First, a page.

When there is a child custody dispute, the courts may ask the Ministry to conduct an investigation and produce a “Social Report” before deciding on custody matters.

Child custody proceedings are handled by the Family Justice Courts. Custody is the right to make major decisions on the welfare and upbringing of the children. Custody can be shared.

When there is a custody dispute, the courts may refer the case to MSF for social investigation. A Child Welfare Officer from the Ministry will conduct the investigation and produce a Social Report for the court.

Generally, the court will refer the case to MSF for social investigation when:

  • parents cannot agree on who should get custody

  • one parent is concerned about the other parent having access to the child

  • the Court has concerns about the custody of the child

For More on Custody Proceedings

Family Justice Courts

The Family Justice Courts (FJC) are established pursuant to the Family Justice Act which was passed by Parliament on 4 August 2014. The Family Justice Act was enacted based on the recommendations of the Committee for Family Justice which was formed in 2013 to review how Singapore’s family justice system may be reformed to address the needs of youth and families in distress.

The Women’s Charter was enhanced in 2011 and allows the Family Justice Court to utilise a wider range of measures withrespect to maintenance enforcement cases.

A referral protocol between the Community Justice Centre (CJC) and Social Services Offices (SSOs) was put in place to ensure that vulnerable families receive the necessary support they require. The protocol allows:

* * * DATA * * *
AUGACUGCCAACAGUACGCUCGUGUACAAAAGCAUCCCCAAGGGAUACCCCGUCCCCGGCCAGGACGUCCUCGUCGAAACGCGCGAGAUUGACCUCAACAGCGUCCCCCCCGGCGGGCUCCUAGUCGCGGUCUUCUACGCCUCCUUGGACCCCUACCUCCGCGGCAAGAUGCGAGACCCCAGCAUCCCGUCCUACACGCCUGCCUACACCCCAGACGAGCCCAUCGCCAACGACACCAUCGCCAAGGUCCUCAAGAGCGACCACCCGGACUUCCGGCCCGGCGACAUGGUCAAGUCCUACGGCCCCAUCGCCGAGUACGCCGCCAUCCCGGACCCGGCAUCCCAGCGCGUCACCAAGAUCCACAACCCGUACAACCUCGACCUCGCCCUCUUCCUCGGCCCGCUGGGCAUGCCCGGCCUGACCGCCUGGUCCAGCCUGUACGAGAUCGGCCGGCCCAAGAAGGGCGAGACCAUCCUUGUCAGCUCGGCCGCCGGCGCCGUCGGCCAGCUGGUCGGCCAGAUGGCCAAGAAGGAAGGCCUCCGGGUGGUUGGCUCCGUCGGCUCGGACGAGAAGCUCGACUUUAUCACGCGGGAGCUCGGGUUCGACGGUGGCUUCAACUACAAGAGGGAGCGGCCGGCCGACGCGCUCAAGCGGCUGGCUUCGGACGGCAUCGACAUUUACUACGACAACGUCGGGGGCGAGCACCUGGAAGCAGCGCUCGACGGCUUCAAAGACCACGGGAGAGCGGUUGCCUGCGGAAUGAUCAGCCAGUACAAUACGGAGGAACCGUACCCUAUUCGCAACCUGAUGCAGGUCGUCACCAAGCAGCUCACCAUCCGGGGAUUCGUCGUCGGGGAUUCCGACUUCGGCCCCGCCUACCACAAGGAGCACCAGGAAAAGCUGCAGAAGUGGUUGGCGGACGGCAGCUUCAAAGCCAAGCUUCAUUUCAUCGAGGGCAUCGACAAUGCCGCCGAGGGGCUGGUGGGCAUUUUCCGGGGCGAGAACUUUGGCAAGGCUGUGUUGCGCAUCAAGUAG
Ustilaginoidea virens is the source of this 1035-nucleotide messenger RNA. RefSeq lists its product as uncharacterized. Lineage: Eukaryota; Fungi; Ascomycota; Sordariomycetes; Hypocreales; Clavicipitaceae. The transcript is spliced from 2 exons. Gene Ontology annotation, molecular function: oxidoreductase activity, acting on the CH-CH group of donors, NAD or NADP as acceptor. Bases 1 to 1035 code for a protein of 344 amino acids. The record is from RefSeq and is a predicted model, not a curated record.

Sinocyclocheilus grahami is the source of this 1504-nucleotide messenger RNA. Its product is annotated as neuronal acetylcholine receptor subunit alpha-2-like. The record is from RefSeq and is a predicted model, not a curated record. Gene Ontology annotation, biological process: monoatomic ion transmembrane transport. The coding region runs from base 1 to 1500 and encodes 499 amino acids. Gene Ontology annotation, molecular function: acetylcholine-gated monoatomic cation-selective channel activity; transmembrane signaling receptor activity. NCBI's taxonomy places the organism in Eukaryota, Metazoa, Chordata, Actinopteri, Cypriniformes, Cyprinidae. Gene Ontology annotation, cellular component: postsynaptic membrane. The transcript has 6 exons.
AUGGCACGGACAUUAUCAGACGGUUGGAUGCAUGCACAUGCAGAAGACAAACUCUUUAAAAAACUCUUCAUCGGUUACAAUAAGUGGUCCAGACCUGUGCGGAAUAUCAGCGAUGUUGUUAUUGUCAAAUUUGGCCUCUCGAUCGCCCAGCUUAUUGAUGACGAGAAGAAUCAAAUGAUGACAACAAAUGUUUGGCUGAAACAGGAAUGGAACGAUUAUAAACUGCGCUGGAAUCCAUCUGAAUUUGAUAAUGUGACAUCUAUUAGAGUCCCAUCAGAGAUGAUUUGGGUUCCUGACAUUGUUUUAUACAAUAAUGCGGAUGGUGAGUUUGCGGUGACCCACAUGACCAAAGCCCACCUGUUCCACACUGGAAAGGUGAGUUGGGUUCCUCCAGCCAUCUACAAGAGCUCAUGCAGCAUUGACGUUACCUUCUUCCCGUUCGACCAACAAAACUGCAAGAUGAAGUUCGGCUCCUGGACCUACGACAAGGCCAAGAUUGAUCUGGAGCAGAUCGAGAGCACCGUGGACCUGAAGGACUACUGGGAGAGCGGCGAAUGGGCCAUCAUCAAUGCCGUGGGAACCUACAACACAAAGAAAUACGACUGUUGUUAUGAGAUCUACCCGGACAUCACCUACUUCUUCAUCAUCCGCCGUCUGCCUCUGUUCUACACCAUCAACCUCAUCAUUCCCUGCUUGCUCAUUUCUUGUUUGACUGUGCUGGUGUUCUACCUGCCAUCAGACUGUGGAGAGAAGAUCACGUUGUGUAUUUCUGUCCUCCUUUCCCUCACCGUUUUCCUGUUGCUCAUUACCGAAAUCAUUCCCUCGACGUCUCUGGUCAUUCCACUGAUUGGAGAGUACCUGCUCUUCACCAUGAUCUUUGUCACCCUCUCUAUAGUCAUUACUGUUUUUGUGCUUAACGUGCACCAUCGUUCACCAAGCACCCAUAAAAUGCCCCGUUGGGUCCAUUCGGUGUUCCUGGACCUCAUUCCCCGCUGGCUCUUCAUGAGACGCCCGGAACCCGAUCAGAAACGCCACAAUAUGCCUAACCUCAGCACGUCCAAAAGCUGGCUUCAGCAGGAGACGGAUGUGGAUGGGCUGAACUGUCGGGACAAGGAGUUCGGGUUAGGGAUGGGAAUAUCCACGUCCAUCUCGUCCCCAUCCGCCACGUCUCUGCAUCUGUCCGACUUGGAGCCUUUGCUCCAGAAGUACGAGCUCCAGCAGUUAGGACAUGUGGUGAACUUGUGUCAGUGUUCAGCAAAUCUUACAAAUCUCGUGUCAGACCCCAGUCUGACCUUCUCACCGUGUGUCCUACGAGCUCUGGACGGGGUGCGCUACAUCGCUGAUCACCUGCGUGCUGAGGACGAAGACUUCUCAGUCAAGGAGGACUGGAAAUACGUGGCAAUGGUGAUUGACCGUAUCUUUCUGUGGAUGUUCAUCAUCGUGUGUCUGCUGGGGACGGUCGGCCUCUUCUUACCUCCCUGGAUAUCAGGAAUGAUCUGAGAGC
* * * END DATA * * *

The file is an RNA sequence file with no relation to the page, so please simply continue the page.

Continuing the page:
• parties (both men and women) identified at the CJC to be referred to the nearest SSO for timely assistance and

  • parties (both men and women) seeking help at the SSOs to be referred to the CJC for legal assistance.

In both cases, as long as a party is in need, the SSOs and/or CJC will render appropriate assistance, e.g. cash or food vouchers. The primary concern is to ensure the family’s welfare.

From 1 July 2016, a husband or ex-husband who is incapacitated (supported by medical certification) up to the point of divorce, cannot earn a livelihood and is unable to support himself may apply for maintenance. This incapacitation must be evident throughout the maintenance application process.

The RERF Committee builds on the work of the Committee for Family Justice, and aims to further strengthen the family justice system by incorporating therapeutic and restorative justice in the resolution of family disputes. The RERF Committee's work includes considering issues such as costs, complexity and timeliness of legal proceedings, as well as how other appropriate dispute resolution methods and multi-disciplinary approaches can be utilised to promote more sustained and positive family outcomes.

The RERF Committee is co-chaired by Presiding Judge of the Family Justice Courts Justice Debbie Ong, Permanent Secretary for the Ministry of Law Mr Ng How Yue and Permanent Secretary for the Ministry of Social and Family Development Mr Chew Hock Yong. Other members of the RERF Committee are:

(a) Professor Leslie Chew, SC, Dean School of Law, Singapore University of Social Sciences

(b) Mr Vincent Hoong, Registrar, Supreme Court

(c) Dr Sudha Nair, Executive Director, Promoting Alternatives to Violence

(d) Mr Sim Gim Guan, Chief Executive Officer, National Council of Social Service

(e) Mr Alfred Tan, Chief Executive Officer, Singapore Children’s Society

(f) Ms Michelle Woodworth, Co-chairperson of the Family Law Practice Committee, The Law Society of Singapore